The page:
The truth is, that if you want ultimate performance for sports photography, you’ll need to upgrade to the D4s.


9999 Photos for Time-Lapse

Another improvement Nikon built into the D750 is the ability to capture up to 9999 photos in a row during a time-lapse sequence. This may not seem like a big deal, but I frequently find myself limited by the older Nikon cameras’ maximum of 999 shots in a row for time-lapses. In fact, recently in the Galapagos Islands, I created a number of time-lapse sequences with my D800 where the camera ended shooting far too soon and I wish I had more shots available to me. This new capability is a boon for film makers and is a welcome addition to the camera.


Live View DOF Preview

A somewhat obscure feature of the Nikon D750 is the new capability of the depth of field preview in live view mode. What this feature does is opens the lens to maximum aperture so that you can easily see the focus plane. Often times in live view mode, it can be difficult to determine the actual focus point, so this new tool allows you better achieve critical focus in your images.

I used the live view depth of field tool to get accurate focus on my macro shots.
Nikon D750, 85mm f/1.8, 20mm extension tube.
Click the image for full view.

To activate the feature, you have to be in live view mode, then you’ll need to press the depth of field preview button. At this point, the camera opens up the lens to maximum aperture (i.e. f/1.8), which shows you the focus plane by blurring out everything else outside of the focus plane. I used this a number of times while shooting macro photos my garden better see what part of the subject my camera was focused on.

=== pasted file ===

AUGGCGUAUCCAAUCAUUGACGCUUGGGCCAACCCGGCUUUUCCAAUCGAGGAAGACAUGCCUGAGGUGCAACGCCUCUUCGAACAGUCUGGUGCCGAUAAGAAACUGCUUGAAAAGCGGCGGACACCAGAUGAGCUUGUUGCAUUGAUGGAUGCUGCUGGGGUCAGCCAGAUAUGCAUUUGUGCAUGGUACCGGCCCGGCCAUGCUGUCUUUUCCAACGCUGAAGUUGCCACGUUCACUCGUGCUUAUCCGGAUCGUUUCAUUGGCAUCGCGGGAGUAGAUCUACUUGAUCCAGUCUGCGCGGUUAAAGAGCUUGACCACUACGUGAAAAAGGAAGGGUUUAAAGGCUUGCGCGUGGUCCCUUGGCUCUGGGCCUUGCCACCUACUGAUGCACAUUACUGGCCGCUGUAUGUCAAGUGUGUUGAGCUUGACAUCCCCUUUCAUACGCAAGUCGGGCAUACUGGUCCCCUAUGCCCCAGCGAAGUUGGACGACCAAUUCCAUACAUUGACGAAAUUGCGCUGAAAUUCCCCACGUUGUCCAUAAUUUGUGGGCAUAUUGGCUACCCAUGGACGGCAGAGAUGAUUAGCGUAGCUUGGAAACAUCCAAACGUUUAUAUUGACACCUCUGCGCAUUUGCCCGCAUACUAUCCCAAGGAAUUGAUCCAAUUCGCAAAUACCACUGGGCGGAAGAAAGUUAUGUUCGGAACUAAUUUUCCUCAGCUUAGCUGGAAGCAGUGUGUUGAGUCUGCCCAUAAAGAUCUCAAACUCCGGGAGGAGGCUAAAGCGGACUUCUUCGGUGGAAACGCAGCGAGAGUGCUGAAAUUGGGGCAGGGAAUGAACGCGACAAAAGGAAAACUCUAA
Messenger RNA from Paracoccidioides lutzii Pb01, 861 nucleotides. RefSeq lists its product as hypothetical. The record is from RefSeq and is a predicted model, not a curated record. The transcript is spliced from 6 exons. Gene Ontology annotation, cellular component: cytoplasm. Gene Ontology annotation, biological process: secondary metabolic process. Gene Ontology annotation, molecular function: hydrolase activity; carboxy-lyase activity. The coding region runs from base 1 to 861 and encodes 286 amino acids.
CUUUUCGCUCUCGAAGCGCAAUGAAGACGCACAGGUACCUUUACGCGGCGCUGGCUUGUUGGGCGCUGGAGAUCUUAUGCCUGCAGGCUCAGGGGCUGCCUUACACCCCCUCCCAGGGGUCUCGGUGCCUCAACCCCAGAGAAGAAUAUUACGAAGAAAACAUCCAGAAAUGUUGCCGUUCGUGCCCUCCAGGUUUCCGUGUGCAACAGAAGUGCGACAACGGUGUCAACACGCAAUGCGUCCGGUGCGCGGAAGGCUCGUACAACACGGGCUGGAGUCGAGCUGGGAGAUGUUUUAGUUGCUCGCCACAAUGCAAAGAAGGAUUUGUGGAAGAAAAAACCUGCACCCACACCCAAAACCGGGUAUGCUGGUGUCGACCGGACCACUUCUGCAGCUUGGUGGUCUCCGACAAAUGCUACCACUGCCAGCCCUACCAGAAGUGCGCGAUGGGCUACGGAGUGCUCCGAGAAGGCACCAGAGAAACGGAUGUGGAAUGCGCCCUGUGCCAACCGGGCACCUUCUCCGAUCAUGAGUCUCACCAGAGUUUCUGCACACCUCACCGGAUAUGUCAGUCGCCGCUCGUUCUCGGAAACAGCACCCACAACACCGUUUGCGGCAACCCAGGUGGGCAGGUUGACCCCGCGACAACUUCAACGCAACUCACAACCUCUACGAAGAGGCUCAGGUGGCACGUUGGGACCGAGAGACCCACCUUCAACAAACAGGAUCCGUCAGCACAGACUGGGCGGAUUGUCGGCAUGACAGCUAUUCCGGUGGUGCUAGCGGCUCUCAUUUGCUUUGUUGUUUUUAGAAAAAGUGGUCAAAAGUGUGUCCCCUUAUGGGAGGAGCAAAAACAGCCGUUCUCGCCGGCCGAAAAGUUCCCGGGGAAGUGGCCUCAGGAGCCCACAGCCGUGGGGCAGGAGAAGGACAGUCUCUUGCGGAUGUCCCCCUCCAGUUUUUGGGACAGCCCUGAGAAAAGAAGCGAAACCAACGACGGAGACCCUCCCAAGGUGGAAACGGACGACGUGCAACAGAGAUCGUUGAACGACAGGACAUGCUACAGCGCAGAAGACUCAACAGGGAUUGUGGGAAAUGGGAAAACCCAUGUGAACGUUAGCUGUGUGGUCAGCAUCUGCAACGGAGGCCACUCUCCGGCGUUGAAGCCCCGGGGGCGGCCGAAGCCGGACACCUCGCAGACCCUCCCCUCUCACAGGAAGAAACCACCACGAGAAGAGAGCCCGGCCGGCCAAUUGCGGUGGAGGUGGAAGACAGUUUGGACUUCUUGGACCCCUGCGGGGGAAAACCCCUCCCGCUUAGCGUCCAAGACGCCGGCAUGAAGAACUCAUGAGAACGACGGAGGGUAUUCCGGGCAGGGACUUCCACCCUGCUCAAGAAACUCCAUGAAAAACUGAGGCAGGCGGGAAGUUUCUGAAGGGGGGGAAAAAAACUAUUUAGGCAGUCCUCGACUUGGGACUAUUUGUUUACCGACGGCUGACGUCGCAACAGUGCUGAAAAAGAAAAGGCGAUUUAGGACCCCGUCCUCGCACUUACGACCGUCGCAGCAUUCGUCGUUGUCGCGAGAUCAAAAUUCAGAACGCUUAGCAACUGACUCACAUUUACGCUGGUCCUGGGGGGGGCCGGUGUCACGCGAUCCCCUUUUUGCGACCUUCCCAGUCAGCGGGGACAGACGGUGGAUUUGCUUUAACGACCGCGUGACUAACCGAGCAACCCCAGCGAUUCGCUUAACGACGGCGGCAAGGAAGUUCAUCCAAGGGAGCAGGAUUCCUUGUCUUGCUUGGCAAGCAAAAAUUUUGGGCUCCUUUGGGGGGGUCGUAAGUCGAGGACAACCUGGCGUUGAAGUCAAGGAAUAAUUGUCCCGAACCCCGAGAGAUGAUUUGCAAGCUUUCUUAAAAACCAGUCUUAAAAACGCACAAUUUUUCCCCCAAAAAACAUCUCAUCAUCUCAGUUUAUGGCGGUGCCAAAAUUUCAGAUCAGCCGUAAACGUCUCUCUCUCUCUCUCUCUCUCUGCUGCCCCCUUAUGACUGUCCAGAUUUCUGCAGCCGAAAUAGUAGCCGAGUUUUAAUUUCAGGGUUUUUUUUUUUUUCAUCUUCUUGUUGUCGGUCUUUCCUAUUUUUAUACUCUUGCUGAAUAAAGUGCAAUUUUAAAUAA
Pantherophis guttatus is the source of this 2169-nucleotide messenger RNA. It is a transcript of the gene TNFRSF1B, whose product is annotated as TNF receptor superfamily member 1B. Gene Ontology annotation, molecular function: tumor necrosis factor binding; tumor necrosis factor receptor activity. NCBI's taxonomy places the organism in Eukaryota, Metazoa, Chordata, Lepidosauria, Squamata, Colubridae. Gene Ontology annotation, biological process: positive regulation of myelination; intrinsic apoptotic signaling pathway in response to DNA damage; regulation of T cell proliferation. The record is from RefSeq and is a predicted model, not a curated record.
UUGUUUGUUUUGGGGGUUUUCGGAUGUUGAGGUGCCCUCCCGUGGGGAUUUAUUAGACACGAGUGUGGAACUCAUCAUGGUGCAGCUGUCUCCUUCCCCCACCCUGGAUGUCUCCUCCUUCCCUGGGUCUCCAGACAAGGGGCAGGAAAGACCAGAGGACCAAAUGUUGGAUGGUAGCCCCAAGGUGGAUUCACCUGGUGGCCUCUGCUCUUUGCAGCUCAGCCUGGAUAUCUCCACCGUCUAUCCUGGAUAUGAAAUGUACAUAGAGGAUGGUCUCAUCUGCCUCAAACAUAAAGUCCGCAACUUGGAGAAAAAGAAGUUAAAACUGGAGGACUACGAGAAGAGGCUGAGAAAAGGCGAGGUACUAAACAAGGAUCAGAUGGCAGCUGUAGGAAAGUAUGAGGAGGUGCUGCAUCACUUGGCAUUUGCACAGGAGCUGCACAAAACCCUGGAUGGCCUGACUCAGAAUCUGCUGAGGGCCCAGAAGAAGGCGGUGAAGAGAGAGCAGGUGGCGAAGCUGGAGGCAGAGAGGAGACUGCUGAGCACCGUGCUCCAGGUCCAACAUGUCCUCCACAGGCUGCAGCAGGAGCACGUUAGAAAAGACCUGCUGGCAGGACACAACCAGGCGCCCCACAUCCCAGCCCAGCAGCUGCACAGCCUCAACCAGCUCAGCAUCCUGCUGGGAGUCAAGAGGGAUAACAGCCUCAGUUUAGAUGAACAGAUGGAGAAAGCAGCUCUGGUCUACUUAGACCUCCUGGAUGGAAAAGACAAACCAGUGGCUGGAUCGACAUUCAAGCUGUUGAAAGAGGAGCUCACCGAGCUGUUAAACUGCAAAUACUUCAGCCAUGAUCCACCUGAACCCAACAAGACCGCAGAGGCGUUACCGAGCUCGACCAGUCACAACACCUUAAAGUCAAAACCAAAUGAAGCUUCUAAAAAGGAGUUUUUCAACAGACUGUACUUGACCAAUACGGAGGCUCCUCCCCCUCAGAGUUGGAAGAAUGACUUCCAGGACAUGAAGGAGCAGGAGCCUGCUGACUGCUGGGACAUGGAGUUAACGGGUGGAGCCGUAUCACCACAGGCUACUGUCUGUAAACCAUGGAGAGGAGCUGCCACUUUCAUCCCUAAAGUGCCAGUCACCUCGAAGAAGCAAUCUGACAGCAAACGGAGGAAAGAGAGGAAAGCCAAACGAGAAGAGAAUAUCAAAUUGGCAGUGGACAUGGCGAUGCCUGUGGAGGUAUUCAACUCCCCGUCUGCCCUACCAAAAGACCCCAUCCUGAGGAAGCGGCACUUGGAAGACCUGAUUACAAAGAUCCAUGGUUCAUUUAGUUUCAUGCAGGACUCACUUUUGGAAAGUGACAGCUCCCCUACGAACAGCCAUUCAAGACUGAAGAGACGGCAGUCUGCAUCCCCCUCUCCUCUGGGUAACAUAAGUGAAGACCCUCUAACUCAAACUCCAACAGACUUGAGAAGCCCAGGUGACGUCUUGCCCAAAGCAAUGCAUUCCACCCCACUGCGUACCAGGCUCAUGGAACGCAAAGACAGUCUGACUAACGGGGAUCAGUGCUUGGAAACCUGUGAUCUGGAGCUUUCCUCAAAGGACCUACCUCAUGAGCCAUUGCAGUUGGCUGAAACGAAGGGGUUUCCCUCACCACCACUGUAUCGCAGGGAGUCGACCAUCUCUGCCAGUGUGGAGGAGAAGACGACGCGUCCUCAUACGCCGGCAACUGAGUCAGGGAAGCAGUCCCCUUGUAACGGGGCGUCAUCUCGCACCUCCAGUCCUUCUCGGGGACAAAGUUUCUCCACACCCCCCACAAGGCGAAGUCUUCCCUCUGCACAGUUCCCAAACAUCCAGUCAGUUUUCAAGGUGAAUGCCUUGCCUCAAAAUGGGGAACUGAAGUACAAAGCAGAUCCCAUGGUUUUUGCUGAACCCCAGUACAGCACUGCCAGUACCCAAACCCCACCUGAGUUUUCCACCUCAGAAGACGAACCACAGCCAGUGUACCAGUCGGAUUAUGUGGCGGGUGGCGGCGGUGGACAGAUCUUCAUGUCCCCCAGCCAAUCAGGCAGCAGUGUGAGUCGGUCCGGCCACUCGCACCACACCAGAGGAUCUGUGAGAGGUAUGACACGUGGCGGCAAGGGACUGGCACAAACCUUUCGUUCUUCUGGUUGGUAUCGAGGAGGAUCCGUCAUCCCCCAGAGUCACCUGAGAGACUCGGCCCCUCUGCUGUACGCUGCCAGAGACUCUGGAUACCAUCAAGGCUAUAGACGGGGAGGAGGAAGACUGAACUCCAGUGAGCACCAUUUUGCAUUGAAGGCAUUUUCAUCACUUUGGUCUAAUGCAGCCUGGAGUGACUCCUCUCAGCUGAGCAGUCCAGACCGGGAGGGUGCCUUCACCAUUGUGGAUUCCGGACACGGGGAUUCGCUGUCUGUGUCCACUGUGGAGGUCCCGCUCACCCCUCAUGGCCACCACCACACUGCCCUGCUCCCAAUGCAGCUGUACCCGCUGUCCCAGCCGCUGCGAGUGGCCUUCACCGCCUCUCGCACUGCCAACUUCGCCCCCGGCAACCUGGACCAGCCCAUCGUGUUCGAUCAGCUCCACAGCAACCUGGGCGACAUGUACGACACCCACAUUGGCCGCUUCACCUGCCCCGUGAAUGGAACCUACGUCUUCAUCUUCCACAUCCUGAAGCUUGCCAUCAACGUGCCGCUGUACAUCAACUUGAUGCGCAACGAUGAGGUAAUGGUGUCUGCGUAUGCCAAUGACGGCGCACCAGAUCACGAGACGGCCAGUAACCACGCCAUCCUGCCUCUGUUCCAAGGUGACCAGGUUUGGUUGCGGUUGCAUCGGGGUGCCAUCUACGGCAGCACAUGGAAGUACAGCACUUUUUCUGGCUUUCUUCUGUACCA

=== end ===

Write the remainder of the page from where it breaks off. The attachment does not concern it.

Just another pretty macro shot from the Nikon D750.
Nikon 24-70mm f/2.8, 20mm extension tube.
Click the image for full view.

What’s Not to Like?

In my mind, there are three things that I think Nikon could do better on the D750. The first one is they did not include an AF-ON button on the back of the camera. For those people who use back button focus we’ll have to reprogram the AE-L/AF-L button to do the same thing. The D750 would be the perfect camera body to employ the AF-ON button since they are marketing it as a sports and action camera. It has been many years since Nikon has included an AF-ON button in a prosumer DSLR, with the last one being the Nikon D300s.

The second thing that I think they messed up on is not including touchscreen capability for the back LCD panel. Lots of cameras these days use touchscreens to access the menu system and navigate your photographs, so I think it is time for Nikon to integrate touch panels on their higher end cameras. Canon, Fuji, Samsung all do this, and I wish Nikon would as well.

Third, the buffer should be bigger. If Nikon is marketing the camera as a sports camera, then we should really be able to shoot more than 13 images (2 seconds) before the buffer fills up. That said, it is a very capable sports camera and photographers will need to time their shooting to better coincide with the peak of action.


Should You Buy It?

So now for the question that everybody is asking: should you buy the camera? Yes. I like it and I recommend it, but I have a few suggestions for you if you already own other cameras.